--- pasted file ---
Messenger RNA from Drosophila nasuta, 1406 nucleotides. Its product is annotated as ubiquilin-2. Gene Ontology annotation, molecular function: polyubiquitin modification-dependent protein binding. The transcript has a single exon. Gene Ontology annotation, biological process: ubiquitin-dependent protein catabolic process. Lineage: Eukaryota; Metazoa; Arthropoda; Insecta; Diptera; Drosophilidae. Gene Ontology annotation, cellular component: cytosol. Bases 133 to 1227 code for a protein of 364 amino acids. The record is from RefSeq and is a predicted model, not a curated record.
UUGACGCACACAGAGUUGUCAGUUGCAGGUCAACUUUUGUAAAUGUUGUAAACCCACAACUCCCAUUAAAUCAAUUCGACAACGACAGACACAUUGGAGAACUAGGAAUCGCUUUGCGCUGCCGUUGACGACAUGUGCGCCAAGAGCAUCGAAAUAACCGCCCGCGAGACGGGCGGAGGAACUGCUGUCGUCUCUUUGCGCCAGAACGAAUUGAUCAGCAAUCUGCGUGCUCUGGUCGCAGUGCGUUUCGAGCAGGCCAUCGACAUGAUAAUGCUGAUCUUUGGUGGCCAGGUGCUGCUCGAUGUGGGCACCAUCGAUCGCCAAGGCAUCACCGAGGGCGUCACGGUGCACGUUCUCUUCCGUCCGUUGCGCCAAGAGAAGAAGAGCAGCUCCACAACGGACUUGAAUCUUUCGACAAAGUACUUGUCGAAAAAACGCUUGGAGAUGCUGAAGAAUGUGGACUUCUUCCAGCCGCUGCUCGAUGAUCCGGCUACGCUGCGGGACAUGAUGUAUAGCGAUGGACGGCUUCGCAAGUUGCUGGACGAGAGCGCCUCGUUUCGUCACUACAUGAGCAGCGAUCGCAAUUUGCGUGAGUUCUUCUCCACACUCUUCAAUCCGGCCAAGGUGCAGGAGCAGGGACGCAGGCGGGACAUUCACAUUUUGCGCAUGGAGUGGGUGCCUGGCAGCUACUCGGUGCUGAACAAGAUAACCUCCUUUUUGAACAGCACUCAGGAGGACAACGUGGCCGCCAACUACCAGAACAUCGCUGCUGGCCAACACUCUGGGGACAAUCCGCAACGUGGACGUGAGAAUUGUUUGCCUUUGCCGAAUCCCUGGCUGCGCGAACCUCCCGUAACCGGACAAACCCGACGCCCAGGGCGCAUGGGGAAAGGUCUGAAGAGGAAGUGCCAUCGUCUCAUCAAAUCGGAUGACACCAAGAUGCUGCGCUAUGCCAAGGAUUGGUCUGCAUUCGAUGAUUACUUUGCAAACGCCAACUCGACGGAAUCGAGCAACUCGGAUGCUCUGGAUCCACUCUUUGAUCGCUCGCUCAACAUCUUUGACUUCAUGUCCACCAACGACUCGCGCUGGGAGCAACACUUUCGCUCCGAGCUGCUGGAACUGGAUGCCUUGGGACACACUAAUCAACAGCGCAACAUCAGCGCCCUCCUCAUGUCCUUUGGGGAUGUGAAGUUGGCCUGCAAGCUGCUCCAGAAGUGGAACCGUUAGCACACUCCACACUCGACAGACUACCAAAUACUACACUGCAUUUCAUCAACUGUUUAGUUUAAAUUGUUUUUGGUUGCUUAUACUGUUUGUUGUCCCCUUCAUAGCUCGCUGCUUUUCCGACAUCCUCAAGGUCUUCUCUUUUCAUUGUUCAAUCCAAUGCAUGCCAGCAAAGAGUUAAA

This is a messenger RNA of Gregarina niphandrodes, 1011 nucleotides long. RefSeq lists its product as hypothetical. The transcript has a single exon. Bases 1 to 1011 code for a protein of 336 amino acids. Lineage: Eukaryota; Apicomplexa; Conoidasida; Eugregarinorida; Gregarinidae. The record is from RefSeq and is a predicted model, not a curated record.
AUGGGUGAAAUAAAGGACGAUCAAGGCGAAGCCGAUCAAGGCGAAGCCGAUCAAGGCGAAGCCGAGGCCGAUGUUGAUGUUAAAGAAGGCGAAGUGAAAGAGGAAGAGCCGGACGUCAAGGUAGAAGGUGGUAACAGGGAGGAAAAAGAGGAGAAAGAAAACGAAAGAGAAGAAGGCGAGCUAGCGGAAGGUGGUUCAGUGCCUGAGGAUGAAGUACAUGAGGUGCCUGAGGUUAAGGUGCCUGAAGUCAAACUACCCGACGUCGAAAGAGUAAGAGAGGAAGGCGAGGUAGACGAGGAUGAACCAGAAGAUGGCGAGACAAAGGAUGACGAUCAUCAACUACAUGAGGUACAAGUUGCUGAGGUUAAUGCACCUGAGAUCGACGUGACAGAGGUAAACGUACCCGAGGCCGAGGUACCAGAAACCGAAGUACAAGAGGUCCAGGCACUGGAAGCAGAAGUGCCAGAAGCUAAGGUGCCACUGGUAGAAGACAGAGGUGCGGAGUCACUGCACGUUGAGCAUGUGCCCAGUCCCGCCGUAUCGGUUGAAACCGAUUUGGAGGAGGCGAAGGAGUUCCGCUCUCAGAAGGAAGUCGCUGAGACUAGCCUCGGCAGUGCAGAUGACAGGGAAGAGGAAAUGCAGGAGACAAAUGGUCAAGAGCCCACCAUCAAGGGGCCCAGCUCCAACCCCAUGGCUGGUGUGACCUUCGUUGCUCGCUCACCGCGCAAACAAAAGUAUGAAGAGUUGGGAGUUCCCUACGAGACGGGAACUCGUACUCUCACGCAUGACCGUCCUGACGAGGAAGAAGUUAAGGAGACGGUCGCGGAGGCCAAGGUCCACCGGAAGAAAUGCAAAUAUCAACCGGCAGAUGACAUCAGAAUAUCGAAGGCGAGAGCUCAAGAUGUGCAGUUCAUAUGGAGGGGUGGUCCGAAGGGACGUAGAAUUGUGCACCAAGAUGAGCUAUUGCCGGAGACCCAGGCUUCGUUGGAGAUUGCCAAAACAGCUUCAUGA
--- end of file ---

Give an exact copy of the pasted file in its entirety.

Messenger RNA from Drosophila nasuta, 1406 nucleotides. Its product is annotated as ubiquilin-2. Gene Ontology annotation, molecular function: polyubiquitin modification-dependent protein binding. The transcript has a single exon. Gene Ontology annotation, biological process: ubiquitin-dependent protein catabolic process. Lineage: Eukaryota; Metazoa; Arthropoda; Insecta; Diptera; Drosophilidae. Gene Ontology annotation, cellular component: cytosol. Bases 133 to 1227 code for a protein of 364 amino acids. The record is from RefSeq and is a predicted model, not a curated record.
UUGACGCACACAGAGUUGUCAGUUGCAGGUCAACUUUUGUAAAUGUUGUAAACCCACAACUCCCAUUAAAUCAAUUCGACAACGACAGACACAUUGGAGAACUAGGAAUCGCUUUGCGCUGCCGUUGACGACAUGUGCGCCAAGAGCAUCGAAAUAACCGCCCGCGAGACGGGCGGAGGAACUGCUGUCGUCUCUUUGCGCCAGAACGAAUUGAUCAGCAAUCUGCGUGCUCUGGUCGCAGUGCGUUUCGAGCAGGCCAUCGACAUGAUAAUGCUGAUCUUUGGUGGCCAGGUGCUGCUCGAUGUGGGCACCAUCGAUCGCCAAGGCAUCACCGAGGGCGUCACGGUGCACGUUCUCUUCCGUCCGUUGCGCCAAGAGAAGAAGAGCAGCUCCACAACGGACUUGAAUCUUUCGACAAAGUACUUGUCGAAAAAACGCUUGGAGAUGCUGAAGAAUGUGGACUUCUUCCAGCCGCUGCUCGAUGAUCCGGCUACGCUGCGGGACAUGAUGUAUAGCGAUGGACGGCUUCGCAAGUUGCUGGACGAGAGCGCCUCGUUUCGUCACUACAUGAGCAGCGAUCGCAAUUUGCGUGAGUUCUUCUCCACACUCUUCAAUCCGGCCAAGGUGCAGGAGCAGGGACGCAGGCGGGACAUUCACAUUUUGCGCAUGGAGUGGGUGCCUGGCAGCUACUCGGUGCUGAACAAGAUAACCUCCUUUUUGAACAGCACUCAGGAGGACAACGUGGCCGCCAACUACCAGAACAUCGCUGCUGGCCAACACUCUGGGGACAAUCCGCAACGUGGACGUGAGAAUUGUUUGCCUUUGCCGAAUCCCUGGCUGCGCGAACCUCCCGUAACCGGACAAACCCGACGCCCAGGGCGCAUGGGGAAAGGUCUGAAGAGGAAGUGCCAUCGUCUCAUCAAAUCGGAUGACACCAAGAUGCUGCGCUAUGCCAAGGAUUGGUCUGCAUUCGAUGAUUACUUUGCAAACGCCAACUCGACGGAAUCGAGCAACUCGGAUGCUCUGGAUCCACUCUUUGAUCGCUCGCUCAACAUCUUUGACUUCAUGUCCACCAACGACUCGCGCUGGGAGCAACACUUUCGCUCCGAGCUGCUGGAACUGGAUGCCUUGGGACACACUAAUCAACAGCGCAACAUCAGCGCCCUCCUCAUGUCCUUUGGGGAUGUGAAGUUGGCCUGCAAGCUGCUCCAGAAGUGGAACCGUUAGCACACUCCACACUCGACAGACUACCAAAUACUACACUGCAUUUCAUCAACUGUUUAGUUUAAAUUGUUUUUGGUUGCUUAUACUGUUUGUUGUCCCCUUCAUAGCUCGCUGCUUUUCCGACAUCCUCAAGGUCUUCUCUUUUCAUUGUUCAAUCCAAUGCAUGCCAGCAAAGAGUUAAA

This is a messenger RNA of Gregarina niphandrodes, 1011 nucleotides long. RefSeq lists its product as hypothetical. The transcript has a single exon. Bases 1 to 1011 code for a protein of 336 amino acids. Lineage: Eukaryota; Apicomplexa; Conoidasida; Eugregarinorida; Gregarinidae. The record is from RefSeq and is a predicted model, not a curated record.
AUGGGUGAAAUAAAGGACGAUCAAGGCGAAGCCGAUCAAGGCGAAGCCGAUCAAGGCGAAGCCGAGGCCGAUGUUGAUGUUAAAGAAGGCGAAGUGAAAGAGGAAGAGCCGGACGUCAAGGUAGAAGGUGGUAACAGGGAGGAAAAAGAGGAGAAAGAAAACGAAAGAGAAGAAGGCGAGCUAGCGGAAGGUGGUUCAGUGCCUGAGGAUGAAGUACAUGAGGUGCCUGAGGUUAAGGUGCCUGAAGUCAAACUACCCGACGUCGAAAGAGUAAGAGAGGAAGGCGAGGUAGACGAGGAUGAACCAGAAGAUGGCGAGACAAAGGAUGACGAUCAUCAACUACAUGAGGUACAAGUUGCUGAGGUUAAUGCACCUGAGAUCGACGUGACAGAGGUAAACGUACCCGAGGCCGAGGUACCAGAAACCGAAGUACAAGAGGUCCAGGCACUGGAAGCAGAAGUGCCAGAAGCUAAGGUGCCACUGGUAGAAGACAGAGGUGCGGAGUCACUGCACGUUGAGCAUGUGCCCAGUCCCGCCGUAUCGGUUGAAACCGAUUUGGAGGAGGCGAAGGAGUUCCGCUCUCAGAAGGAAGUCGCUGAGACUAGCCUCGGCAGUGCAGAUGACAGGGAAGAGGAAAUGCAGGAGACAAAUGGUCAAGAGCCCACCAUCAAGGGGCCCAGCUCCAACCCCAUGGCUGGUGUGACCUUCGUUGCUCGCUCACCGCGCAAACAAAAGUAUGAAGAGUUGGGAGUUCCCUACGAGACGGGAACUCGUACUCUCACGCAUGACCGUCCUGACGAGGAAGAAGUUAAGGAGACGGUCGCGGAGGCCAAGGUCCACCGGAAGAAAUGCAAAUAUCAACCGGCAGAUGACAUCAGAAUAUCGAAGGCGAGAGCUCAAGAUGUGCAGUUCAUAUGGAGGGGUGGUCCGAAGGGACGUAGAAUUGUGCACCAAGAUGAGCUAUUGCCGGAGACCCAGGCUUCGUUGGAGAUUGCCAAAACAGCUUCAUGA